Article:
God has raised up Zion Ministerial Institute to propagate the vision of Zion. By the grace of God, we seek to impart this vision to all of our students. Therefore, we, the Board of Zion Ministerial Institute, submit the following Curriculum to teach the ways of Zion, which are the ways of a Holy God as Scripture so clearly sets forth. Our purpose is to give a very sound education in the areas of character, ability (with respect to the Holy Scriptures), and productivity—seeking to encourage the students to live a very productive and purposeful life by fulfilling God’s will for their lives.
One of the preponderant complaints dating way back to the early thirteenth century was that students want a degree without doing any work. May we say that Zion Ministerial Institute does not endorse such lackadaisical standards. Hard and diligent study is enjoined upon all of our students so that they might be thoroughly equipped for the service of the Master. Our prayer is that you will give Zion Ministerial Institute the opportunity to help you further your education in the knowledge of our Lord Jesus Christ and His Word. God bless you!
The Spiritual Vision of Zion Ministerial Institute I would like to give you a brief summary of the spiritual vision of our Ministerial Training school. We seek to impart this vision to all of our students through our courses.
First of all, we need to realize that the Lord desires to plant an onward vision within all of His people. Habakkuk 2:2 says, “Write the vision, and make it plain upon tablets, that he may run that readeth it.” We all need a clear, God-imparted vision in order to hit God’s mark for our lives.
This vision will enable us to look beyond our present spiritual experience. It will sustain us and give us purpose in life. Proverbs 29:18 warns, “Where there is no vision [or progressive vision], the people perish.” Without an ongoing vision, people wander aimlessly through life.
Therefore, one’s spiritual vision is very important.
We are living in the last days, and whenever “the last days” are mentioned in Scripture, Zion is also very often mentioned as well. Virtually all of the promises of God in Scripture will come upon the Church that is dwelling in spiritual Zion in the last days.
Zion is the ultimate goal of the Church of Jesus Christ, as the Apostle Paul states in Hebrews 12:22: “But you have come unto Mount Zion…” Geographically, Mount Zion is located in the southeast part of the city of Jerusalem. In ancient times it was called the city of David, and prior to that it was inhabited by the Jebusites. Let us now consider the spiritual significance of Mount Zion.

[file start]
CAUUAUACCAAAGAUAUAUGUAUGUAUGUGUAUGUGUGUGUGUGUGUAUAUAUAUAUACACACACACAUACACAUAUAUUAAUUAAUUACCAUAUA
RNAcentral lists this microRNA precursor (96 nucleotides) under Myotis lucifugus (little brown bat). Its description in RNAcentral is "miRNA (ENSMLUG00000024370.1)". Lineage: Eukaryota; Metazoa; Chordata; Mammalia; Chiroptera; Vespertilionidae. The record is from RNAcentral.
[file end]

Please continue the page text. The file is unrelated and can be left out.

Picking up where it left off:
The Journey from Egypt to Zion To gain an understanding of the spiritual journey that we as believers are on, we need to study the journey of the children of Israel from Egypt to the Promised Land, and eventually to Mount Zion. This historical journey undertaken thousands of years ago is a type of our spiritual journey as believers from earth to heaven, and from newborn babes in Christ to mature fathers and mothers in the faith. It serves as a roadmap to show us where we have come from, where we are at presently, and where we are going.
Sanctuary, O Lord, which thy hands have established.” Psalm 78:54, 68 confirm that this mountain was Mount Zion. Zion was their ultimate goal from the very beginning of their journey!
The Apostle Paul speaks of the journey of Israel in 1 Corinthians 10:11: “Now all these things happened unto them for ensamples: and they are written for our admonition, upon whom the ends of the world are come.” Paul clearly states that the journey of the children of Israel from Egypt to Zion was recorded in Holy Scripture to serve as an example or pattern for believers.
First of all, the Israelites were delivered from Egyptian bondage through a series of ten plagues that God used to punish the Egyptians. As they prepared to leave Egypt (a symbol of this world), the Israelites celebrated the Passover, which speaks of Christ, the Lamb of God, who died for the sins of the world (1 Cor. 5:7).
After leaving Egypt, they crossed the Red Sea, which separated them from the Egyptians.
The Red Sea represents water baptism (1 Cor. 10:1-2). Water baptism is an act of obedience (Mt. 3:15), and it breaks many ties with the world.
Mount Sinai The Israelites came to Mount Sinai in the third month of their journey (Ex. 19:1). The feast of the third month in the religious calendar of Israel is the Feast of Pentecost. From this, we understand that Mount Sinai represents the Feast of Pentecost, and as such, the experience of the baptism of the Holy Spirit. This is clear since the Early Church received the baptism of the Spirit and began to speak in other tongues on the Day of Pentecost in Acts 2.